The shadow lady waited outside, lying to passersby about what the round, scent-bearing objects on their chains would do, what diseases they would cure and what magic they would bear, why Tirene needed them and who had sent her for them.
When Tirene stomped out of the shop and shouted, “They are to dispel the stench of the rose hills!”, everyone stared at her and moved away in the street.
The shadow lady smiled. “I eat truth.”
“Why do you want to eat mine? Go eat someone else’s truth,” said Tirene, making her way back towards the inn with set, determined shoulders, as if there was a head wind. There was not.
“You were the one who set out into the rose hills.”
“And I will again,” said Tirene.
The shadow lady drew close to her, giving her a face full of shadows, drowning out the city around them, noise and smells and all, until there was nothing but shadows and roses. “And what will you give them, on the other side of the hills?”
Tirene tried to reach out for something to hold onto, but there was nothing. The world shook and spun. “What will I—?”
“Will you tell them that you vomited and faltered, in the hills? That you didn’t know what to do in the city? Will you tell them that you had no magic to face down simple, direct lies? That the truth and sunlight were not enough?”
“Yes,” said Tirene, and then louder, “Yes! Of course, what else should I tell them? That I was a hero, that I fought off an army of manticores, that I won the regard of a duke and a prince and a grand vizier but I alone managed to escape a swarm of mist dragons to tell the tale? Yes. I will take the clove pomanders and this handful of mercenaries back to the house of my father, and I will give them the truth.”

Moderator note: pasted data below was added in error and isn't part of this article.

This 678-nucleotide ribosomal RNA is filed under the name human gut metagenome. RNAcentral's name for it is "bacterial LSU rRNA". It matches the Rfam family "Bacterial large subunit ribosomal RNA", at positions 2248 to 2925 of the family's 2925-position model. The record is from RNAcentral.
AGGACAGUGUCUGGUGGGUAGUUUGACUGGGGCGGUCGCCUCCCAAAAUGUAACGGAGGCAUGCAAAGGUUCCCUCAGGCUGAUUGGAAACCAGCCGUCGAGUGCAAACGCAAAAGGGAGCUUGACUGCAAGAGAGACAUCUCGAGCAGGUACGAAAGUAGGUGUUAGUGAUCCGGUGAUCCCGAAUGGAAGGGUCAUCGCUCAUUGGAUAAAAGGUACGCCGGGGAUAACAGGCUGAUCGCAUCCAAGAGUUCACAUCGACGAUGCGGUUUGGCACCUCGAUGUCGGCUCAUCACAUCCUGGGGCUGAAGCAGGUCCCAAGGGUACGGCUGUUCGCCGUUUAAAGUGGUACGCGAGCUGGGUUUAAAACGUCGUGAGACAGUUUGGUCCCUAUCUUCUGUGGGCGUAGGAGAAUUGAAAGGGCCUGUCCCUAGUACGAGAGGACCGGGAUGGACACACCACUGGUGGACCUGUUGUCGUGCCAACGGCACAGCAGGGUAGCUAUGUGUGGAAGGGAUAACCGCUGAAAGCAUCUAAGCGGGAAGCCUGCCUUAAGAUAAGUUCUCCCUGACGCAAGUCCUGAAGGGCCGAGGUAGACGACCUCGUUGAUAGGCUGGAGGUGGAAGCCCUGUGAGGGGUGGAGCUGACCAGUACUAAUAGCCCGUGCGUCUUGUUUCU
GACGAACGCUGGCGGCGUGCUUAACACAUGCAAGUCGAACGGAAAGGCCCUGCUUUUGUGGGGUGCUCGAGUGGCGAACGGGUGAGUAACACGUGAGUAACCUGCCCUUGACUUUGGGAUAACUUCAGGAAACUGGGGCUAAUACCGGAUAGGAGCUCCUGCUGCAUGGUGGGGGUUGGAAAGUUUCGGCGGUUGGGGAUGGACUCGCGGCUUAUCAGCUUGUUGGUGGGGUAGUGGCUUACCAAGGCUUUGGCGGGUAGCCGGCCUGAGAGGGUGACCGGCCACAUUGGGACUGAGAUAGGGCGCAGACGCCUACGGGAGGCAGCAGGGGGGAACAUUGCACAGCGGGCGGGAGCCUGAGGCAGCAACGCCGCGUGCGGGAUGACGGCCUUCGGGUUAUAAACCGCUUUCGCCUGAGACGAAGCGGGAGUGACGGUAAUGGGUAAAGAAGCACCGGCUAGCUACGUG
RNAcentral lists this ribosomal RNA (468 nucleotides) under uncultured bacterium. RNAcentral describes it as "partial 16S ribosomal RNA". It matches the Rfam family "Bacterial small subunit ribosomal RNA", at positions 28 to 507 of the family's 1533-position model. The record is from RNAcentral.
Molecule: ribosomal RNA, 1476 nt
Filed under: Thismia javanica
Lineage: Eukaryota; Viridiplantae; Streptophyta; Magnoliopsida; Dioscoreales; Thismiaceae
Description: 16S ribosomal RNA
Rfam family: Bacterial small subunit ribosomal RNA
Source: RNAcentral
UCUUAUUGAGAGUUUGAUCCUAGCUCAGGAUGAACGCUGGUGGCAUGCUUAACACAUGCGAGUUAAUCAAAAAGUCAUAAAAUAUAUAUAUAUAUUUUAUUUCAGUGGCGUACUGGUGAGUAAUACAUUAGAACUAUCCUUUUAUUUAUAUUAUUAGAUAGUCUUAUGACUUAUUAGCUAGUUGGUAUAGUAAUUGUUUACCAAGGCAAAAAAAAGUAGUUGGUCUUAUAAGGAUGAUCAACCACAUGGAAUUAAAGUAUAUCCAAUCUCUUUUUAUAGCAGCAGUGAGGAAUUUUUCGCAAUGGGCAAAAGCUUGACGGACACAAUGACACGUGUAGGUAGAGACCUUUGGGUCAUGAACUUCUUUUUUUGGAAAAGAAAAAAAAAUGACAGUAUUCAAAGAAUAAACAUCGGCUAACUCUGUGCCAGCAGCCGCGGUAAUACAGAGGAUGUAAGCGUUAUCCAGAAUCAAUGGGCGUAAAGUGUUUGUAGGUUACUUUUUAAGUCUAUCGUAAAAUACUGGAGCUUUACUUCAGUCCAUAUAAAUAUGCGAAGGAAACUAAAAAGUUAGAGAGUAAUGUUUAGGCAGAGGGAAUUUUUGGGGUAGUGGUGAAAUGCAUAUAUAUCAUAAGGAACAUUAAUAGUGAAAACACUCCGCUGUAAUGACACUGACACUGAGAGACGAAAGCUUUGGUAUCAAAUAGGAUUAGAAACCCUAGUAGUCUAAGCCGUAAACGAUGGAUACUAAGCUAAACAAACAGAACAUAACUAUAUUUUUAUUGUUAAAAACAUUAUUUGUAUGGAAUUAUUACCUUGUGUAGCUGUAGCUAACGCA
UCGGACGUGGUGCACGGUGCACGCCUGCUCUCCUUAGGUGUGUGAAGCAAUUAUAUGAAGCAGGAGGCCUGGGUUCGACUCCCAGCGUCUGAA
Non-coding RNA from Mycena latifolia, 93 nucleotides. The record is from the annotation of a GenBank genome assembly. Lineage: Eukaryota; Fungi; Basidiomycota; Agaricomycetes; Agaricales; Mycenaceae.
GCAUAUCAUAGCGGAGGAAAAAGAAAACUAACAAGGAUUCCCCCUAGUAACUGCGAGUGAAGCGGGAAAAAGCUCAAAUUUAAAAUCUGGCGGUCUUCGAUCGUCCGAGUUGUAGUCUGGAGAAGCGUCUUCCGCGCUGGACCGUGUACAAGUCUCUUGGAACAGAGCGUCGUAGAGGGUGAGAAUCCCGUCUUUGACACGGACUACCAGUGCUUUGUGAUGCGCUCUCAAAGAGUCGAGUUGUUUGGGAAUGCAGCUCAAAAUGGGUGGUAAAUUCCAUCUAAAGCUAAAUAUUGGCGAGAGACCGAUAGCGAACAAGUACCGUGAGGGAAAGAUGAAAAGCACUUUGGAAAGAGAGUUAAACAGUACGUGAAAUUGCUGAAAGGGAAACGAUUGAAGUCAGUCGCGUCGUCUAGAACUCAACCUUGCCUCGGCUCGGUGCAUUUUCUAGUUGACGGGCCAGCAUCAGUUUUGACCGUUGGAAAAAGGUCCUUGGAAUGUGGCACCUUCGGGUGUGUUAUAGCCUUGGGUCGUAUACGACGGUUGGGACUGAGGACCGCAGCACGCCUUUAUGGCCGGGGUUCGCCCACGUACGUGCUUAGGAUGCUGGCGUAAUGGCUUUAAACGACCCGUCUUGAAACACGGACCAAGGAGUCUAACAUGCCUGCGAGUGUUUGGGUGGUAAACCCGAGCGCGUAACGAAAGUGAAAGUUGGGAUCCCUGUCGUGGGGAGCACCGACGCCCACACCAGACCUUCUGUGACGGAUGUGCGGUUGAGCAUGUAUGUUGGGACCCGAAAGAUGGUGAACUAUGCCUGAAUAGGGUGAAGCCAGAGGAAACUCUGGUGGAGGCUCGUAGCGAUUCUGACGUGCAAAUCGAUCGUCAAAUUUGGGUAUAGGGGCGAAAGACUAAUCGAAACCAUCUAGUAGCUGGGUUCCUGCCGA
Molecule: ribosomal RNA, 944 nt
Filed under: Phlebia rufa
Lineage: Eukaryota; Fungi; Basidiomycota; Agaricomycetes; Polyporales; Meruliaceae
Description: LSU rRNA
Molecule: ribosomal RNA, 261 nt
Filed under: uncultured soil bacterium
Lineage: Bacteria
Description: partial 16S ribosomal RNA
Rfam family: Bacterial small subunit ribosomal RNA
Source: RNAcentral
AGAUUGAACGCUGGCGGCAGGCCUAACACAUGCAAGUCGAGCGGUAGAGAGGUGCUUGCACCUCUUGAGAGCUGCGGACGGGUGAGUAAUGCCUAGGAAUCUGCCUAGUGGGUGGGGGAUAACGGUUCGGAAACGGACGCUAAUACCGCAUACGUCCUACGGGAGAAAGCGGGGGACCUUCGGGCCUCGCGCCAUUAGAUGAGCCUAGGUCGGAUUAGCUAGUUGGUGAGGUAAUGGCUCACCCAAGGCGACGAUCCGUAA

The shadow lady stepped back, and Tirene could see the city again. “See, you can do it if you like,” said the shadow lady. “It might have been nicer. It would have been more fun. But I’ll come with you anyway.”
“Charmed, I’m sure,” growled Tirene. She thrust the pomander full of cloves into the shadows, but though her hand disappeared, the shadow lady did not react.
Yelen had not spent all their coin on mercenaries, and the shadow lady did not interfere with the contracts, merely watched as though they were a curious foreign custom. “I don’t know what we’re to do with her,” Tirene said, speaking freely. “Even cloves in her belly did nothing.”
“You clove her belly?”
“Cloves. The scent balls. They—”
“Why should you do anything with me?” the shadow lady said.
Yelen regarded her wearily. “Why indeed. She might bring us dash. She might annoy our enemies.”
Tirene remembered an old story her father had told. “The horse might fly.”
So Tirene and Yelen’s mercenary troop rode forth with a shadow at its side and pomanders around each neck, not proof against the stench of the rose hills but armed as best they could be.
Tirene did not feel victorious as they approached home, though her mission was as complete as it could be. She felt only tired, and glancing over at the shadow lady as they rode did nothing to rest her.
“I’ve been thinking,” said Yelen. “What if it’s not only her?”
“What do you mean?”